SAN SALVADOR (Reuters) - The number of murders in the small Central American country of El Salvador rose 44 percent in the first three months of 2014 compared with the same period last year, leaving a two-year-old truce still in force between violent gangs hanging by a thread.
There were 794 murders from January to end of March, up from 551 over the same period last year, El Salvador's Institute of Legal Medicine said on Thursday.
It attributed the rise to increasingly tough police tactics against the violent street gangs that have run riot in the country for years.
More aggressive policing has squeezed the gangs' revenue sources, so they are increasingly battling each other for income.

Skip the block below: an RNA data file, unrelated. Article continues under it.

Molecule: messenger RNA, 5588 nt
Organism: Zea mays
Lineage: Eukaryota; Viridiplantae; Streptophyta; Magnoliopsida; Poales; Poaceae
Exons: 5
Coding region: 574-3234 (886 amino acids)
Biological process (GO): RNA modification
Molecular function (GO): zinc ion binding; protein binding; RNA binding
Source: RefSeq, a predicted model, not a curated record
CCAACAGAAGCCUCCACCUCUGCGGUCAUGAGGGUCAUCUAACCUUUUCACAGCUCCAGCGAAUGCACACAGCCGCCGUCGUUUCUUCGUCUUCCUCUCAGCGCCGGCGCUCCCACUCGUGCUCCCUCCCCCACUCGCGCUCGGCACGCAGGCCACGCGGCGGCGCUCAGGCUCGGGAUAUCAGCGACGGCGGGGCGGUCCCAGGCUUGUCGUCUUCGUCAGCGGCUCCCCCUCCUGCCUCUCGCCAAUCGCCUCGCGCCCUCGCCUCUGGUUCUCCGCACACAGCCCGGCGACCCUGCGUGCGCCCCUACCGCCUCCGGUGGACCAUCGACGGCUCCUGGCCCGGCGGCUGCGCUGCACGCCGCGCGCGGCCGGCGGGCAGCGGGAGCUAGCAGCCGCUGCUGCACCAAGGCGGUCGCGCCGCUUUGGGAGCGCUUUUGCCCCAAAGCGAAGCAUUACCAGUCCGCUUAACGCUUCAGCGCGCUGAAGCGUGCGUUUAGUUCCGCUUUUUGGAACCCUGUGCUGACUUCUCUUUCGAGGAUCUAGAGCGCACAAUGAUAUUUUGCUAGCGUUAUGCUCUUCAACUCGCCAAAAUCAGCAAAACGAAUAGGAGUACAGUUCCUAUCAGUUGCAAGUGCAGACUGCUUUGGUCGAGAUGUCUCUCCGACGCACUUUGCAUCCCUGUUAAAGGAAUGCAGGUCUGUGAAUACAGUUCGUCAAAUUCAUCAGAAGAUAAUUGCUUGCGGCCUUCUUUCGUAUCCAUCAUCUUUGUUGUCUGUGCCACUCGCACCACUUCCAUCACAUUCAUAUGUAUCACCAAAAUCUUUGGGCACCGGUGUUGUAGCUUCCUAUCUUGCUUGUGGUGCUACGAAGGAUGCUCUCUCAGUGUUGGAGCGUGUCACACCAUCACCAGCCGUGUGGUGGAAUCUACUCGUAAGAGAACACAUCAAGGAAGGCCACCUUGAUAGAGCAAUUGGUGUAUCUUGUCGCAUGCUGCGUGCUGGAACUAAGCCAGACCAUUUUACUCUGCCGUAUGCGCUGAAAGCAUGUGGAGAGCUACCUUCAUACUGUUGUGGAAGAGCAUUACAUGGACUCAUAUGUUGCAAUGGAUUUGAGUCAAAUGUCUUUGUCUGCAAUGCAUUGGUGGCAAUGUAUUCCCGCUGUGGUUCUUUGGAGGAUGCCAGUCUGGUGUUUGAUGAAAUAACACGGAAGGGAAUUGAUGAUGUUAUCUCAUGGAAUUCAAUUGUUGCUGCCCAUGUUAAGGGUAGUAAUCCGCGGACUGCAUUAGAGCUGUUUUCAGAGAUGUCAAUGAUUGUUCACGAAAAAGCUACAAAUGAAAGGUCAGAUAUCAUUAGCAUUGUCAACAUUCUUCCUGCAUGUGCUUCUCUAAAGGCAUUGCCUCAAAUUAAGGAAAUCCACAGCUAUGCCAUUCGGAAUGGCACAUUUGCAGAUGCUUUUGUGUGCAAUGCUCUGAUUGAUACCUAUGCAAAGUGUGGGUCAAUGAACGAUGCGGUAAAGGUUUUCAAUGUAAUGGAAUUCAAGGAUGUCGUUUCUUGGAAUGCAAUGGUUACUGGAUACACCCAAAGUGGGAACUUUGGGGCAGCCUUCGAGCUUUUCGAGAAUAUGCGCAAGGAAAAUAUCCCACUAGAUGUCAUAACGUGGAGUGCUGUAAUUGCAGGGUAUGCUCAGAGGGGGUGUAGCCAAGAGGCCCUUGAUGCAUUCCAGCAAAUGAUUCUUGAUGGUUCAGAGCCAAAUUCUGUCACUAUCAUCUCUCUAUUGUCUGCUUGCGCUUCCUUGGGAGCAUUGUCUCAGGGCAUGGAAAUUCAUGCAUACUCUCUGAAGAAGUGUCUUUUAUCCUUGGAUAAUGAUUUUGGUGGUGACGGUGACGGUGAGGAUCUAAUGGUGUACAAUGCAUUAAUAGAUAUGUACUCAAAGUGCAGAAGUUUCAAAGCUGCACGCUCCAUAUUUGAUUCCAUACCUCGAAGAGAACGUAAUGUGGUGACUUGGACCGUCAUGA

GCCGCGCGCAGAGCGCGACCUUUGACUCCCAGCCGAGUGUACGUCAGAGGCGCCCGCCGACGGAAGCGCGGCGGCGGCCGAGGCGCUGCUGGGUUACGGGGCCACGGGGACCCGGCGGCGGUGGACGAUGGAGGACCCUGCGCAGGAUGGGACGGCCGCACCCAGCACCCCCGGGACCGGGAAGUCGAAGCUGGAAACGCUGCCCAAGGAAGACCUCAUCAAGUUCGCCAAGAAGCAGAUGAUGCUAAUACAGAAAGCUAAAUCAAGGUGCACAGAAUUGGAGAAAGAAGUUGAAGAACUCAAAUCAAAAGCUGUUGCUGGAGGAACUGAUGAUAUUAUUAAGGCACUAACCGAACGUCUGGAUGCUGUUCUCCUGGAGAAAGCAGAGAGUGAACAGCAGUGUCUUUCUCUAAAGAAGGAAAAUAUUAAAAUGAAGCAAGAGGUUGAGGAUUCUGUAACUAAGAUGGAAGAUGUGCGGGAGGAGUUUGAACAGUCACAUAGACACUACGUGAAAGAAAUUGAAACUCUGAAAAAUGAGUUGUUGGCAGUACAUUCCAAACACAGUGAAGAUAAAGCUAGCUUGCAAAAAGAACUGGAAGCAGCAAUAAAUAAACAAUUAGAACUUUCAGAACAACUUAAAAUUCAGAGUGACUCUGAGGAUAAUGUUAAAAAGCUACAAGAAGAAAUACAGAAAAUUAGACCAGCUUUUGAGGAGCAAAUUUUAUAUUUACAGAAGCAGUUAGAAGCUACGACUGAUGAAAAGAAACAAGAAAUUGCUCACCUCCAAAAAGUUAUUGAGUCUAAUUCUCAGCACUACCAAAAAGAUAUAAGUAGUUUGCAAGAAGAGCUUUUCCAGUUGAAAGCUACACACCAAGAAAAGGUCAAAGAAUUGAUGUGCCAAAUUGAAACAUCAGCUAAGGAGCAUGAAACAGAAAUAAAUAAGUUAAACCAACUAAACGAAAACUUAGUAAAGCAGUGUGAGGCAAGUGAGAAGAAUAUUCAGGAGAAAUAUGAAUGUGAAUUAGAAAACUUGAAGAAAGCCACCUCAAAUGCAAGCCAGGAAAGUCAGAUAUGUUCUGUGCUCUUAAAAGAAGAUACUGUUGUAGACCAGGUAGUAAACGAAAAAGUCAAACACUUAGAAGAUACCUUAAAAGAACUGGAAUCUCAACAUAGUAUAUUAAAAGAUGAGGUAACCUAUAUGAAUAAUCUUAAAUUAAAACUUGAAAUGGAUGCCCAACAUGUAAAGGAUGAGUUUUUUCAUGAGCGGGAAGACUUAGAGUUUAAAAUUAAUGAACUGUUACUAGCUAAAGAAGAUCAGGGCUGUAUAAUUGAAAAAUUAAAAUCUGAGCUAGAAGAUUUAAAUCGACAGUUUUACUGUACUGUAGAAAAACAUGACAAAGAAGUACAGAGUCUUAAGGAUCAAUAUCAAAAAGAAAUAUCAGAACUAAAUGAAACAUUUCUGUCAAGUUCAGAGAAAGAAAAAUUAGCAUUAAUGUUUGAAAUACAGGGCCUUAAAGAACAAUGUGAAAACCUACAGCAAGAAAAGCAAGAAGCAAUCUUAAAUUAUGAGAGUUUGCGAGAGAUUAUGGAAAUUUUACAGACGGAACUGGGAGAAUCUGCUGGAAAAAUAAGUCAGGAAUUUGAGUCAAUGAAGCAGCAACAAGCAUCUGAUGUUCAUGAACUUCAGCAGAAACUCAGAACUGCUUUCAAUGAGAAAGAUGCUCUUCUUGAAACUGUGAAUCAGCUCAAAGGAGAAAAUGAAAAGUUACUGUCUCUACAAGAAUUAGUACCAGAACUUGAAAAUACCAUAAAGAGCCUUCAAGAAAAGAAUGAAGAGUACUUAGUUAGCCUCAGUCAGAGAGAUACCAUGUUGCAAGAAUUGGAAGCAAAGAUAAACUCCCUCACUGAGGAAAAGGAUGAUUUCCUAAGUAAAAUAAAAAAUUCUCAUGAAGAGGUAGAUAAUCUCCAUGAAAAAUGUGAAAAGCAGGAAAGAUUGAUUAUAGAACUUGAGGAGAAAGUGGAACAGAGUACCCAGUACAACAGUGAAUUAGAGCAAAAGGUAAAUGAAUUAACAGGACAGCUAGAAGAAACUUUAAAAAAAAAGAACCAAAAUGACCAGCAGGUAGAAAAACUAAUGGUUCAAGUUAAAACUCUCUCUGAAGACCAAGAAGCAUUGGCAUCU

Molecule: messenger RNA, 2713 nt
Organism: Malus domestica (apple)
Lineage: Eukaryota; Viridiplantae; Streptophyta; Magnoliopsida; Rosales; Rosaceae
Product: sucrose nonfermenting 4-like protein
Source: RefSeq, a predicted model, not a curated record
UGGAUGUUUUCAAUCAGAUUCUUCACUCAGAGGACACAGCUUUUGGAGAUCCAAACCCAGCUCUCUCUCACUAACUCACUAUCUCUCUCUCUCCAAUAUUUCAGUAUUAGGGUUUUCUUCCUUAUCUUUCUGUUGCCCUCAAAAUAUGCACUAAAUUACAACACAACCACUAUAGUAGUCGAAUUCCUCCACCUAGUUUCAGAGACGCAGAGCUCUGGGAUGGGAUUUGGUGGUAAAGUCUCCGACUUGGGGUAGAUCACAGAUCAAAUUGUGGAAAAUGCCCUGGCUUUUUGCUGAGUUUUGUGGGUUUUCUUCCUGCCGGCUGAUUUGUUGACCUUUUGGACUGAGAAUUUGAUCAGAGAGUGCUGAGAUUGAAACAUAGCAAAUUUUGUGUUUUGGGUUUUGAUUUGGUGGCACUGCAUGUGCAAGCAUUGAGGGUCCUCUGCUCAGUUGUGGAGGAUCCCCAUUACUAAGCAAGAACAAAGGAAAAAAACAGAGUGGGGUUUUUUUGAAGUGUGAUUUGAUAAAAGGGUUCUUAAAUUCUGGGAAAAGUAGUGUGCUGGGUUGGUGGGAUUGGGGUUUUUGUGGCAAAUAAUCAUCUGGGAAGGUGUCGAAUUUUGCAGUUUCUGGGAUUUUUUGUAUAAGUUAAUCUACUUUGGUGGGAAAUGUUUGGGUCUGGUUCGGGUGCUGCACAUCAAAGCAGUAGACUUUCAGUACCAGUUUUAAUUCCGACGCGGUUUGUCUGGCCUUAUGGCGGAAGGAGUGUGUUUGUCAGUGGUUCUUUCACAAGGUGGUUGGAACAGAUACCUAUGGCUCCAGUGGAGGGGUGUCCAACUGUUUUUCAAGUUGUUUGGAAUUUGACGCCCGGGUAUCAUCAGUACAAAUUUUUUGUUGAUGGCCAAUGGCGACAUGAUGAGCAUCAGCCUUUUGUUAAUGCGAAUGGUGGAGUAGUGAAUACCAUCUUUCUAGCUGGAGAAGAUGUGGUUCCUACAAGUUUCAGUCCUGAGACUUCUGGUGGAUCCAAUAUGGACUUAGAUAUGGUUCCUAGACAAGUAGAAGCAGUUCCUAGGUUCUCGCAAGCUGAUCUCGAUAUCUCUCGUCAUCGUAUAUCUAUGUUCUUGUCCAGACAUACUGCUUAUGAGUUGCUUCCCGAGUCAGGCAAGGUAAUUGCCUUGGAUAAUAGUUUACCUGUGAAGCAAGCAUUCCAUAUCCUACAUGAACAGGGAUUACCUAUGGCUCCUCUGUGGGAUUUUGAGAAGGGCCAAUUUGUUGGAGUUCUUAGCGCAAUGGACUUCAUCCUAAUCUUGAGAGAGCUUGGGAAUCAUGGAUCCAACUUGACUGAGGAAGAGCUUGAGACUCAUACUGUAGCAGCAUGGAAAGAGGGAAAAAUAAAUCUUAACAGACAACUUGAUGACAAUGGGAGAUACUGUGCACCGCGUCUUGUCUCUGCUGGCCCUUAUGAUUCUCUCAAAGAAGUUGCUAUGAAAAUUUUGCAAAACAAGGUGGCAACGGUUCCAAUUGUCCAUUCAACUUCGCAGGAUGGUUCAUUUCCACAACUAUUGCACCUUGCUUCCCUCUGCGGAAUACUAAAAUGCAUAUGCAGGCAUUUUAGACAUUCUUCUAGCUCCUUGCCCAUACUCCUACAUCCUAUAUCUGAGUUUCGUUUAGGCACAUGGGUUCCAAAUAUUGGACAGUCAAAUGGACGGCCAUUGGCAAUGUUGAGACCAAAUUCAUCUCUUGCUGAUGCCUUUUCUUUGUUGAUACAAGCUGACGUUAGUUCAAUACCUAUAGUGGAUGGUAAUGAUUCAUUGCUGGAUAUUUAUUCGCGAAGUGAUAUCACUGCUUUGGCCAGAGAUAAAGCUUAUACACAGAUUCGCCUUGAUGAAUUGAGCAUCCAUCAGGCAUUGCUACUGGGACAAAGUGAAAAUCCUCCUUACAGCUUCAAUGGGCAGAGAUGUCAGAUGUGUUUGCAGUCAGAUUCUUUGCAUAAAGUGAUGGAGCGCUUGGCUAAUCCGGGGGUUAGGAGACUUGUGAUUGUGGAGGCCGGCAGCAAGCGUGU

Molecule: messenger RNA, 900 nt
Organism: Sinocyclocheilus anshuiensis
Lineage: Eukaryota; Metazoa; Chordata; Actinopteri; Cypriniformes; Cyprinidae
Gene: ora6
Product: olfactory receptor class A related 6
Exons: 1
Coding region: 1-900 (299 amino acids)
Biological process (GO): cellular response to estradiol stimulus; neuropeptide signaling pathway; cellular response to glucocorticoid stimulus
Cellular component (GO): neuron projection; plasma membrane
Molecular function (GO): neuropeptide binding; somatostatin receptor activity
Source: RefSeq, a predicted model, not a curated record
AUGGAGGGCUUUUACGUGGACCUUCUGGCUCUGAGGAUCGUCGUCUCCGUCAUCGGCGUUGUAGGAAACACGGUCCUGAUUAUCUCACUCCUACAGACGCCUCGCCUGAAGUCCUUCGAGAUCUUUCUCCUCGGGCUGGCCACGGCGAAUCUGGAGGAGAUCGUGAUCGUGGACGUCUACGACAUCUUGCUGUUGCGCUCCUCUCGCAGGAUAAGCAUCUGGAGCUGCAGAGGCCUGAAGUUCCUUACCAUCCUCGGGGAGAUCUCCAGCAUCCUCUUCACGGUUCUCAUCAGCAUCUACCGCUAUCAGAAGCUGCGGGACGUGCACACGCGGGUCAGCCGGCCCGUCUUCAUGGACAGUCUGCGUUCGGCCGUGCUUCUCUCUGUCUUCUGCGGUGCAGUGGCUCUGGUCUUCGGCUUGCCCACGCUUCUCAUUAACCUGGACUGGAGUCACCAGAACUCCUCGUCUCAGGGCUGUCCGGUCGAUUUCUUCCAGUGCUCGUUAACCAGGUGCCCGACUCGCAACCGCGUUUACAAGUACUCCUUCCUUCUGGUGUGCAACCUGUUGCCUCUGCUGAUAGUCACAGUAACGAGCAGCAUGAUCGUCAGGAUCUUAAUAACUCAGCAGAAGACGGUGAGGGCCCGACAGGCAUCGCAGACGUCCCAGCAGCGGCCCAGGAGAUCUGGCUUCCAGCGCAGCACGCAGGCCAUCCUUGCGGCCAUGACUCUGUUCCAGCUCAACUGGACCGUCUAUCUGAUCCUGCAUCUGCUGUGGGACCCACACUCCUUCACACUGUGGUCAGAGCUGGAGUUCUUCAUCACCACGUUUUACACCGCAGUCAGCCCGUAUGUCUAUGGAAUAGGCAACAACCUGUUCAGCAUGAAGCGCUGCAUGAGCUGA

"The police have taken a slightly stronger position of confrontation with the criminals, as it should be, but there has also been a response from the criminals," the institute's director, Miguel Fortin, told reporters.
The rise in murders comes two years after a truce between the Mara Salvatrucha (MS-13) gang and rival Barrio 18. The armistice, brokered by the Catholic Church and the Organization of American States, at first lowered the murder rate, the world's highest in 2011 at 66 per 100,000 inhabitants.
But by the following year, the truce, which never received a great deal of public support, appeared to be crumbling and the murder rate shot up.
"The truce never worked," said Fortin. "The murder rate fell but not the rate of violence."
Last month, leftist Salvador Sanchez Ceren of the ruling Farabundo Marti National Liberation Front (FMLN) was elected as the country's next president.
Fortin said the spike in murders was unrelated to the presidential race as outgoing President Mauricio Funes had alleged during the campaign.
(Reporting by Gabriel Stargardter; Editing by Simon Gardner and Mohammad Zargham)